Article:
All for One and One for All

“One of the things that drew me to NTPA is that the emphasis is on each child as an individual, rather than comparing students with each other,” says NTPA Managing Director Mike Mazur. “Ultimately, our goal is to help create the next generation of critical thinkers. Emphasizing things like respect, integrity, teamwork really helps create a family atmosphere.”

On top of productions for kids, NTPA offers a therapeutic arts program for young people and adults with disabilities. That program has been around for 25 years. It has a professional repertory with adult actors. It also has an academy offering a full-time performing arts conservatory. Children who participate enroll in an online curriculum, complete their schoolwork in the morning and spend afternoons learning all facets of theater.

Frozen Jr. (pre-pandemic) // courtesy NTPA
Frozen Jr. (pre-pandemic) // courtesy NTPA

Because of the strength of the program, many students have gone on to successful careers in the performing arts. Hunter Herdlicka, a past student, has been in multiple Broadway productions. Kyle Oliver, another past student, is in the Philadelphia Opera. There are NTPA alumni that have danced with professional ballet companies, acted in lead television roles, started their own theaters and worked in production.

Sara feels incredibly proud of what the team of NTPA staff and volunteers have accomplished in these 30 years. But she is most excited about what the future holds.

“We’ve worked hard to make this a stable organization. We’ve built protocols and processes that help sustain how this whole place works,” she says. “I’m proud of the work we’re doing for the underserved, and the work we’ll continue to do for them. Our theater is not just for the privileged few; we are continuously working hard to make it a theater for all.”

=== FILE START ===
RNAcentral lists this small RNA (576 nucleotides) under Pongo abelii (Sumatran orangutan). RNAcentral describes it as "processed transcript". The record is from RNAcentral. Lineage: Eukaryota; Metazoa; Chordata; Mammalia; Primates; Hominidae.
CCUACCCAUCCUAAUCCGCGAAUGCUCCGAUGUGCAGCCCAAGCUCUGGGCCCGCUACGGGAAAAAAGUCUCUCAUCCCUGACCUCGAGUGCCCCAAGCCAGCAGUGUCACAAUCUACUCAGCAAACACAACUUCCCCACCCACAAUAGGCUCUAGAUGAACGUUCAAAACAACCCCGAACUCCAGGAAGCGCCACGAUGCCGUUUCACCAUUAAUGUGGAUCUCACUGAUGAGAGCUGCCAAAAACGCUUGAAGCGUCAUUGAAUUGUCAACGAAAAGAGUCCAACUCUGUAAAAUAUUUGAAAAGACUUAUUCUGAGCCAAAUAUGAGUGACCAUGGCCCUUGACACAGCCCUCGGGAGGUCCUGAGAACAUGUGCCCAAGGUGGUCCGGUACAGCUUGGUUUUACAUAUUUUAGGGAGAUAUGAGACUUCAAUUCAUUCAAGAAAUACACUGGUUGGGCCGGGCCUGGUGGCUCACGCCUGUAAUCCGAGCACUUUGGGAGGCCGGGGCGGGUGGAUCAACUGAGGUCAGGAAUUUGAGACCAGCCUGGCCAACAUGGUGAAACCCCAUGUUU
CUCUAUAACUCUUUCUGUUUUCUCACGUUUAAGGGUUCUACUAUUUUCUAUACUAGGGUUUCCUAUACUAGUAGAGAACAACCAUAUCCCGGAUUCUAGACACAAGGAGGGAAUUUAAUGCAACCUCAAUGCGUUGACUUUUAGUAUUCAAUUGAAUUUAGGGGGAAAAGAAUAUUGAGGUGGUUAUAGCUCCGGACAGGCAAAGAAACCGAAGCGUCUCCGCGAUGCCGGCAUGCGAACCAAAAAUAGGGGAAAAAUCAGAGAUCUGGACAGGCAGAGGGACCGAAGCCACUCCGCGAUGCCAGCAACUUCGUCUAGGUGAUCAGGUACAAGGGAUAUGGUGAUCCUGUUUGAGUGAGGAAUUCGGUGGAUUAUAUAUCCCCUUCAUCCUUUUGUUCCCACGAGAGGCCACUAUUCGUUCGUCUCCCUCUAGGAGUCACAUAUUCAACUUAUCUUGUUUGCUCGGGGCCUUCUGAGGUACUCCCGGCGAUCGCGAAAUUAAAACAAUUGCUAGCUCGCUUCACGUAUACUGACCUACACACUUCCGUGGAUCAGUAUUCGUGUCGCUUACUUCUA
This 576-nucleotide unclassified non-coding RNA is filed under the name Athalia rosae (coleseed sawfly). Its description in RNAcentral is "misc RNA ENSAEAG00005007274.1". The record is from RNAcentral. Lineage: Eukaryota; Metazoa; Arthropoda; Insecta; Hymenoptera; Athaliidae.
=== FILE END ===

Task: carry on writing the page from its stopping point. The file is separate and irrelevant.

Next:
Sara hopes to see each city’s facility continue to grow and expand. She even envisions the curriculum moving into other programs, specifically in underserved areas of Dallas and Plano. She hopes to offer those children the same opportunities that the children who come to NTPA have. 

“We will also continue to add depth to our traditional performing arts offerings, introducing college prep and more adult education and performance opportunities,” says Darrell. “We are also putting in place a major effort to expand our diversity and create a more inclusive and representative community.” 

Cast members of the 30th anniversary production of "The Wizard of Oz" // courtesy NTPA
Cast members of the 30th anniversary production of “The Wizard of Oz” // courtesy NTPA

NTPA recently made an addition to its family – the NTPA Community Theatre. Through this program, family-friendly productions will cast both adults and children, kicking off this summer with “The Sound of Music.” On top of this, they are now offering a curriculum of adult classes in acting, improv, dance and other performance-related studies. The program can serve as a stepping stone for amateur actors to eventually join the professional-level NTPA Repertory productions.

As the celebration continues honoring this big year, NTPA is planning seven more shows. This will include “Mary Poppins” premiering April 8, “Peter Pan” beginning June 17, “The Sound of Music” on July 1, “Little Mermaid” on July 16, “Les Misérables” on July 16, “High School Musical” on October 29 and “Scrooge! the Musical” on December 11.

Throughout the pandemic, NTPA has incorporated a combination of meeting virtually and in person. When conducting class, rehearsal or performances, NTPA adheres to social distancing guidelines, enforces mask-wearing and follows capacity limitations. This way, it can ensure the safety of all performers and patrons. It will continue these policies until CDC guidelines recommend otherwise.